The economists of the Global Risk Perception Survey (GRPS) of the World Economic Forum, are analyzed to analyze the current situation, this is the Global Risks Report. “Global risk” is defined as the possibility of an event occurring that, if it occurred, would have a negative impact on global GDP, population, or natural resources.
This year’s GRPS has brought together leading insights into the evolving global risk landscape from more than 1,200 experts from academia, business, government, the international community and civil society.
In this year’s Global Risk Perceptions Survey, more than four in five respondents anticipated continued volatility over the next two years.
The economic and health consequences derived from the pandemic have become persistent impacts. Carbon emissions will rise, food and energy will be cut in arms by the war in Ukraine, raising inflation to levels not seen in decades, lowering the cost of living and fueling social unrest. In fact, in the short-term perspectives, next two years, the cost of living, the probability of natural disasters and the geoeconomic confrontation are identified on the podium of risk factors. While in the long term, ten years from a pessimistic perspective, failures and the low probability of success in managing these factors will be determined by the main factors.
The resulting change in monetary policy will mark the end of an economic era defined by easy access to cheap debt and will have vast ramifications for governments, businesses and individuals, increasing inequality within and between countries.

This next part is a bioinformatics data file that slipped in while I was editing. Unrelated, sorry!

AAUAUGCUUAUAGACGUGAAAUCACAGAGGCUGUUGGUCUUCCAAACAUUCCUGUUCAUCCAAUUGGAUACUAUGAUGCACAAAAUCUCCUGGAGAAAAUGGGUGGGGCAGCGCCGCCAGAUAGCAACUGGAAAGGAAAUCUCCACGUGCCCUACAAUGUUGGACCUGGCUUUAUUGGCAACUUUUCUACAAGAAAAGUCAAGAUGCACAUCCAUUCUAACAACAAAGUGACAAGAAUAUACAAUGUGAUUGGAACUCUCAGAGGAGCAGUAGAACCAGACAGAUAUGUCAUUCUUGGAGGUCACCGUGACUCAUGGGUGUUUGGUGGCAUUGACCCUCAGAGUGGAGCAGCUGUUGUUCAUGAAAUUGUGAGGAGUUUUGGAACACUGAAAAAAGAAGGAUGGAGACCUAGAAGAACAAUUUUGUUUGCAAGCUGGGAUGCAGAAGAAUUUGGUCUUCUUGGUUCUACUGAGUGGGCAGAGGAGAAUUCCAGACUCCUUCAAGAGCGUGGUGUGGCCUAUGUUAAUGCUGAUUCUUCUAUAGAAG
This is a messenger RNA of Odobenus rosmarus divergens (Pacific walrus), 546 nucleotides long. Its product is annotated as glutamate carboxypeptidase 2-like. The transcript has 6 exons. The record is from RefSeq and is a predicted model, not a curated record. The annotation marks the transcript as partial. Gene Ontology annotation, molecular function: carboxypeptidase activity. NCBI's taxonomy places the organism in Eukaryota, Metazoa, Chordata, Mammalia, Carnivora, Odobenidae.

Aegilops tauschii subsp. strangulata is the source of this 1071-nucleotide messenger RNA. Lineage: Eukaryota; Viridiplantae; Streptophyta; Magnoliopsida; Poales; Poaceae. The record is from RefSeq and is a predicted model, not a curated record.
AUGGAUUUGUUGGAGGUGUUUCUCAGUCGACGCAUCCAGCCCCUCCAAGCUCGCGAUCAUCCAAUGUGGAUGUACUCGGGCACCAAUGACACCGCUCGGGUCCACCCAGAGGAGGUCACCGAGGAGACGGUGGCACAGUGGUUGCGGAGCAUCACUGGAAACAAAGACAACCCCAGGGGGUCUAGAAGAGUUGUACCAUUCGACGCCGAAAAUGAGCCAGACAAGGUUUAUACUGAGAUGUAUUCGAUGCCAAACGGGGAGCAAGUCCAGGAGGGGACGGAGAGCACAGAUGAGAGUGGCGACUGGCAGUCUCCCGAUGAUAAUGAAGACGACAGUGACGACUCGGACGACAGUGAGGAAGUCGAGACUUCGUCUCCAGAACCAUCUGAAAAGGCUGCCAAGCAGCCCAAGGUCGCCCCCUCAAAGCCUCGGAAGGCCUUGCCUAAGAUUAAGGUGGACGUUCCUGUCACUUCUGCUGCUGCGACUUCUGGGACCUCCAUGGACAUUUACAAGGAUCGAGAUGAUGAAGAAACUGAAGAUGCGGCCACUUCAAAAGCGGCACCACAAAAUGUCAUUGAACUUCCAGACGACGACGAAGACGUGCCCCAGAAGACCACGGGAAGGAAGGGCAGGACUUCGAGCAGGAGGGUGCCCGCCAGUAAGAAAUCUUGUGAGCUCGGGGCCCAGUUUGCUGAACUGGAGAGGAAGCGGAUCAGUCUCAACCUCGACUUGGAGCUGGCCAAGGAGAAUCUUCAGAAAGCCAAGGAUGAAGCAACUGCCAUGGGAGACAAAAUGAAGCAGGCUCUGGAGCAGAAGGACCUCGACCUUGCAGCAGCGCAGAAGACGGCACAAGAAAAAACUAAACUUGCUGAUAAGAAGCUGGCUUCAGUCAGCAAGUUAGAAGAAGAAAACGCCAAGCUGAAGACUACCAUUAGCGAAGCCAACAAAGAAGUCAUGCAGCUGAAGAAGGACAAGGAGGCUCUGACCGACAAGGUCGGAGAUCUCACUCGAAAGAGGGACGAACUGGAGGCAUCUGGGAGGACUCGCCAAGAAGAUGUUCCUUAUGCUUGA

In the Argentine case, the factors stem from strong inconsistencies, not results that are chronic. The risk factors, in order of importance, are: sustained inflation, debt crisis, loss of illegal economic activities, collapse of the State, and crisis in the supply of basic goods or commodities.
Although exogenous shocks have had a clear dominance over risk events in the world since the start of the pandemic, Argentina is one of the countries with dominance of internal tensions and inconsistencies that, by remaining over time, become structural, Such are the cases of inflation and debt, since they are derived from the performance of the public sector, ineffective economic policies and inconsistent with the income of the economy.
The inconsistencies of the economic policy of our country, at least since the beginning of the 21st century, configure inconsistent behavior of economic agents, aggravating the difficulties, such as the demand for low-priced public goods and the constant increase in social assistance. .
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